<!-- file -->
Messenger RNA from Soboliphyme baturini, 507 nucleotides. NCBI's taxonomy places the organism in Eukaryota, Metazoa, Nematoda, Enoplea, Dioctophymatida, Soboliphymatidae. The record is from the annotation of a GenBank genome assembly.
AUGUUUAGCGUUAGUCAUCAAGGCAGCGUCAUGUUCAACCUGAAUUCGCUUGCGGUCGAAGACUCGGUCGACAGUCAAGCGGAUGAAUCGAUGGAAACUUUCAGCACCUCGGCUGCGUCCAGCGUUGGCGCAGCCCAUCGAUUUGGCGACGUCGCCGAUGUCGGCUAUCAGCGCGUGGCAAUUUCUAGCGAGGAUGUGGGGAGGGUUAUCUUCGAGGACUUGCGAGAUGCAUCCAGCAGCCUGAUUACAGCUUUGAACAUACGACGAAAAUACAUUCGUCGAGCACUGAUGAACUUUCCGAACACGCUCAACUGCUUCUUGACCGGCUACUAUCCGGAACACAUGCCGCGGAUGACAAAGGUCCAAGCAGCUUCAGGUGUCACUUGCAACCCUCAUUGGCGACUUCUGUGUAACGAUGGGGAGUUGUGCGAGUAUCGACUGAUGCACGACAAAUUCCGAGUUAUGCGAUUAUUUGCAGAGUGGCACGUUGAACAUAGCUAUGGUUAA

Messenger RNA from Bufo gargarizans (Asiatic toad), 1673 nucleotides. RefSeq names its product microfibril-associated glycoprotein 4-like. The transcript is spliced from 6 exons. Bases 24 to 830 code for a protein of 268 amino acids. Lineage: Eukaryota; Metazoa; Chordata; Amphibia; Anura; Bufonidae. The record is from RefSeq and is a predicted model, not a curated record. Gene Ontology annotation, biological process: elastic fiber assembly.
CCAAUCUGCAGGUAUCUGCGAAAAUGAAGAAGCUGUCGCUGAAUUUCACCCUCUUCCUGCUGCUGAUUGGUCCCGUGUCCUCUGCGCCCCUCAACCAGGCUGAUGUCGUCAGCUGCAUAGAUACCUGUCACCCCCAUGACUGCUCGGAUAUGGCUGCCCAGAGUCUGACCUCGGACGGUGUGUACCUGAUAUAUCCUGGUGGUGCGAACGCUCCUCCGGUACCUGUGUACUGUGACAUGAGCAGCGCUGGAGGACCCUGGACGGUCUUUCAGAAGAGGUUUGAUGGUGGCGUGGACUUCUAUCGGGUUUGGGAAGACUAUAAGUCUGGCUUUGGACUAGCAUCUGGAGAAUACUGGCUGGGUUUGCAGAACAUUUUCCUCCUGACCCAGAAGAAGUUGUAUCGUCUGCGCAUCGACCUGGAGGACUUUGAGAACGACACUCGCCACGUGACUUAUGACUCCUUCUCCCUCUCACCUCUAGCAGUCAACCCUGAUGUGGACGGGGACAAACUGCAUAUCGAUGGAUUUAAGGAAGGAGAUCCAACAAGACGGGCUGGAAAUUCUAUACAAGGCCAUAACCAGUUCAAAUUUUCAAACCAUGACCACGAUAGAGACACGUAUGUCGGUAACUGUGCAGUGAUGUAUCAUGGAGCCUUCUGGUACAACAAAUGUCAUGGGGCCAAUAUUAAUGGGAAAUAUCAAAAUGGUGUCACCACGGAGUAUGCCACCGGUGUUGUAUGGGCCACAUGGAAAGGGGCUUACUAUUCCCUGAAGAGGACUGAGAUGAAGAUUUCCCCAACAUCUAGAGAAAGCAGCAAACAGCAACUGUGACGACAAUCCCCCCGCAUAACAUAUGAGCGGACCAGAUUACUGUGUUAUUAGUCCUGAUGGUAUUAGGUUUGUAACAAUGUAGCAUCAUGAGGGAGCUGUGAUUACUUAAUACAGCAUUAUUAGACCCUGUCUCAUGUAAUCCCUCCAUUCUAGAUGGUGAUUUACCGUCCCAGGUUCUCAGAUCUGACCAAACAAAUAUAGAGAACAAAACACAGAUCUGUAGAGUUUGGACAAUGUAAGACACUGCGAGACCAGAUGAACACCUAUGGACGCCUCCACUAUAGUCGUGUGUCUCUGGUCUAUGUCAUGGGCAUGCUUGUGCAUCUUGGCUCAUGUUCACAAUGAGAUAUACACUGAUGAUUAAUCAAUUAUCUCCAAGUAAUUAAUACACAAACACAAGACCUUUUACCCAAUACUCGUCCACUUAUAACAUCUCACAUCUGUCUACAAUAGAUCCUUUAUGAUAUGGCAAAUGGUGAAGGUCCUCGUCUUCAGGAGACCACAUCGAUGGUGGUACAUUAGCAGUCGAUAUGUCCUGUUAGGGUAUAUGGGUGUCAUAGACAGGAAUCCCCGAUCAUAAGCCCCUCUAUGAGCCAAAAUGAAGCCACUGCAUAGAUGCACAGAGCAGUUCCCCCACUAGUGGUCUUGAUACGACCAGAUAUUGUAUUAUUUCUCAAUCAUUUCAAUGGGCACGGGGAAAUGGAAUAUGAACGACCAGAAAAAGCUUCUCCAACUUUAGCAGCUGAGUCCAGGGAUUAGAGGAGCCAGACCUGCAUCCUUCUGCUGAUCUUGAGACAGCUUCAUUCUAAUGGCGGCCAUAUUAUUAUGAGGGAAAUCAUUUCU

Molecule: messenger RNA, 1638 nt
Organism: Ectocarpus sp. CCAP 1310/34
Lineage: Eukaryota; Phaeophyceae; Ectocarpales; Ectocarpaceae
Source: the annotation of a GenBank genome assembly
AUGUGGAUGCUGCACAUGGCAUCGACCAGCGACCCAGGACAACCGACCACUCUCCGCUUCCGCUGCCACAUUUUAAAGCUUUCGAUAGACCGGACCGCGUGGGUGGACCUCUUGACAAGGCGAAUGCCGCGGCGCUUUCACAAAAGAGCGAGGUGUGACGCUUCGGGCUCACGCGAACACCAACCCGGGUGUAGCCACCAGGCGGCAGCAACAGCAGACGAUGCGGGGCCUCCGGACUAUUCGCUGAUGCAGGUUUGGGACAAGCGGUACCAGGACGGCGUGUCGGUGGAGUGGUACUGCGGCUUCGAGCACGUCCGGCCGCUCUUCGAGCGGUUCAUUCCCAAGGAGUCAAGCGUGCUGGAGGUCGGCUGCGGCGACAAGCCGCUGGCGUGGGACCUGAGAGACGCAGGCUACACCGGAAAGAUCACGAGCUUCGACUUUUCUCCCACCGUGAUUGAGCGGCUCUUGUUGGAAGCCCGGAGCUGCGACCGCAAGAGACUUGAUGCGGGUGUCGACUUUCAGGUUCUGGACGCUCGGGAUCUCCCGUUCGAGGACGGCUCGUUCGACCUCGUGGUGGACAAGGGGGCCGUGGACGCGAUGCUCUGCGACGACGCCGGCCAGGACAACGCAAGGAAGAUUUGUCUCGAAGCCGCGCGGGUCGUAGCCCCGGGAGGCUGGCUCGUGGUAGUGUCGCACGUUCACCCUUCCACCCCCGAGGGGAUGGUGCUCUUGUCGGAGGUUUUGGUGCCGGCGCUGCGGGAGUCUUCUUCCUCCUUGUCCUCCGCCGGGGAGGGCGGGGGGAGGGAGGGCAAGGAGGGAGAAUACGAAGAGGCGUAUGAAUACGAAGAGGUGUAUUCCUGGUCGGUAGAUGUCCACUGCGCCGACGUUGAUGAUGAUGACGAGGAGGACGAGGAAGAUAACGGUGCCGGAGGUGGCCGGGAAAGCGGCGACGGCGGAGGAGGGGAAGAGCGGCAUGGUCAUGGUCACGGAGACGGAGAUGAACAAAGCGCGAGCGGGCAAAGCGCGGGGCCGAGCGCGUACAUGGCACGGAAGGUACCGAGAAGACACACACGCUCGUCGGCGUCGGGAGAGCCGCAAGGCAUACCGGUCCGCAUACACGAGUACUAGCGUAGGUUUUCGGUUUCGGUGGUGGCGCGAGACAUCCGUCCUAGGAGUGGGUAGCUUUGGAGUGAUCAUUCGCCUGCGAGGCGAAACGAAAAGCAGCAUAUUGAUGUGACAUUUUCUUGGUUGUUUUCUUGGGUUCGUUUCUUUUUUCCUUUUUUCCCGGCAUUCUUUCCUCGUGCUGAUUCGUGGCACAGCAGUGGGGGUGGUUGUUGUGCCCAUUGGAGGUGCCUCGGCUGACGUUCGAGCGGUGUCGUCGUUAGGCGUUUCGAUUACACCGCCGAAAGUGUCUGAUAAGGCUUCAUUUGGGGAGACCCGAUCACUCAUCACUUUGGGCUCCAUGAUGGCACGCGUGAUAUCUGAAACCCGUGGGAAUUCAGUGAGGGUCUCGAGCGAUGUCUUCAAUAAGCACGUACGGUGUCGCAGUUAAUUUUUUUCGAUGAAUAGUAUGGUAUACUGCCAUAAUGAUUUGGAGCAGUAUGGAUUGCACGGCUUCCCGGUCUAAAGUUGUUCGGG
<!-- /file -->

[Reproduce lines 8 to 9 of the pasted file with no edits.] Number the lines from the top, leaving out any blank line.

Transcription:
Source: the annotation of a GenBank genome assembly
AUGUGGAUGCUGCACAUGGCAUCGACCAGCGACCCAGGACAACCGACCACUCUCCGCUUCCGCUGCCACAUUUUAAAGCUUUCGAUAGACCGGACCGCGUGGGUGGACCUCUUGACAAGGCGAAUGCCGCGGCGCUUUCACAAAAGAGCGAGGUGUGACGCUUCGGGCUCACGCGAACACCAACCCGGGUGUAGCCACCAGGCGGCAGCAACAGCAGACGAUGCGGGGCCUCCGGACUAUUCGCUGAUGCAGGUUUGGGACAAGCGGUACCAGGACGGCGUGUCGGUGGAGUGGUACUGCGGCUUCGAGCACGUCCGGCCGCUCUUCGAGCGGUUCAUUCCCAAGGAGUCAAGCGUGCUGGAGGUCGGCUGCGGCGACAAGCCGCUGGCGUGGGACCUGAGAGACGCAGGCUACACCGGAAAGAUCACGAGCUUCGACUUUUCUCCCACCGUGAUUGAGCGGCUCUUGUUGGAAGCCCGGAGCUGCGACCGCAAGAGACUUGAUGCGGGUGUCGACUUUCAGGUUCUGGACGCUCGGGAUCUCCCGUUCGAGGACGGCUCGUUCGACCUCGUGGUGGACAAGGGGGCCGUGGACGCGAUGCUCUGCGACGACGCCGGCCAGGACAACGCAAGGAAGAUUUGUCUCGAAGCCGCGCGGGUCGUAGCCCCGGGAGGCUGGCUCGUGGUAGUGUCGCACGUUCACCCUUCCACCCCCGAGGGGAUGGUGCUCUUGUCGGAGGUUUUGGUGCCGGCGCUGCGGGAGUCUUCUUCCUCCUUGUCCUCCGCCGGGGAGGGCGGGGGGAGGGAGGGCAAGGAGGGAGAAUACGAAGAGGCGUAUGAAUACGAAGAGGUGUAUUCCUGGUCGGUAGAUGUCCACUGCGCCGACGUUGAUGAUGAUGACGAGGAGGACGAGGAAGAUAACGGUGCCGGAGGUGGCCGGGAAAGCGGCGACGGCGGAGGAGGGGAAGAGCGGCAUGGUCAUGGUCACGGAGACGGAGAUGAACAAAGCGCGAGCGGGCAAAGCGCGGGGCCGAGCGCGUACAUGGCACGGAAGGUACCGAGAAGACACACACGCUCGUCGGCGUCGGGAGAGCCGCAAGGCAUACCGGUCCGCAUACACGAGUACUAGCGUAGGUUUUCGGUUUCGGUGGUGGCGCGAGACAUCCGUCCUAGGAGUGGGUAGCUUUGGAGUGAUCAUUCGCCUGCGAGGCGAAACGAAAAGCAGCAUAUUGAUGUGACAUUUUCUUGGUUGUUUUCUUGGGUUCGUUUCUUUUUUCCUUUUUUCCCGGCAUUCUUUCCUCGUGCUGAUUCGUGGCACAGCAGUGGGGGUGGUUGUUGUGCCCAUUGGAGGUGCCUCGGCUGACGUUCGAGCGGUGUCGUCGUUAGGCGUUUCGAUUACACCGCCGAAAGUGUCUGAUAAGGCUUCAUUUGGGGAGACCCGAUCACUCAUCACUUUGGGCUCCAUGAUGGCACGCGUGAUAUCUGAAACCCGUGGGAAUUCAGUGAGGGUCUCGAGCGAUGUCUUCAAUAAGCACGUACGGUGUCGCAGUUAAUUUUUUUCGAUGAAUAGUAUGGUAUACUGCCAUAAUGAUUUGGAGCAGUAUGGAUUGCACGGCUUCCCGGUCUAAAGUUGUUCGGG